It's time now for a panel discussion on "Innovation and the Energy Crisis."
What mix of conservation, short-term energy technology and long-term R&D is needed to solve tomorrow’s looming energy challenges? And where will the leadership come from?
Moderator: Robert C. Armstrong, Professor of Chemical Engineering and co-director of the Energy Research Council, MIT
Panelists: Nathan Lewis, Professor, California Institute of Technology; Joseph Romm, Founder and Executive Director, Center for Energy & Climate Solutions; Kelly R. Fletcher, Sustainable Energy Advanced Technology Leader, GE Global Research
With less than 5% of the world's population, the United States uses about 25% of the world's energy supply. China's energy use is rising at 10% per year, and China is expected to double its GDP over the next 10-15 years. Overall, global energy demand is projected to double by the middle of this century.
Joseph Romm has an interesting blog called Climate Progress. He says that by necessity a huge amount of funding will go into climate science over the next several decades; it will be as big as the Internet in economic impact alone. He's now stating some of the most alarming facts and possibilities related to global warming over the next century. Scary stuff. Romm predicts that the US space program will be essentially abandoned by 2025 because we will recognize that every available dollar must be put into combatting the effects of global climate change.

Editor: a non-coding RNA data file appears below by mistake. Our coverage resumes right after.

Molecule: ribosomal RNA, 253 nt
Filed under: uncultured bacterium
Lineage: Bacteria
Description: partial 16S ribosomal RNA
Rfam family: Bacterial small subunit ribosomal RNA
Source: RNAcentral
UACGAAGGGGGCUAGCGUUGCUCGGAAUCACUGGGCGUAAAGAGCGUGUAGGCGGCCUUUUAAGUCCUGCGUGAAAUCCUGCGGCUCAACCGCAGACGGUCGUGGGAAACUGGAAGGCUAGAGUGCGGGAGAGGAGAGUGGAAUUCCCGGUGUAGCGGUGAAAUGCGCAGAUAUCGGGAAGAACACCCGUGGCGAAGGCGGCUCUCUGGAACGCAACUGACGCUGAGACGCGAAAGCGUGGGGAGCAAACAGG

Nathan Lewis says he thinks the problem is perhaps even worse than Romm made it seem. "If we don't cure cancer or AIDS in the next 20 years, the world will, unfortunately, stay the same; it we don't solve the climate change problem in the next 20 years, the world will be changed forever." He says the debate should no longer be about the science of climate change -- because there is no doubt it is happening -- but about risk management. "We are on a market-driven axis of economy that places total value on energy production and none on sustainability."
Kelly Fletcher says he basically agrees with the previous two presenters. He says that market and regulatory conditions are driving energy production and use in the current unsustainable direction, and that it is up to government to fundamentally change their policy paradigms. Uncertainty about policy is paralyzing investment in new technologies. "We need clear signals from government."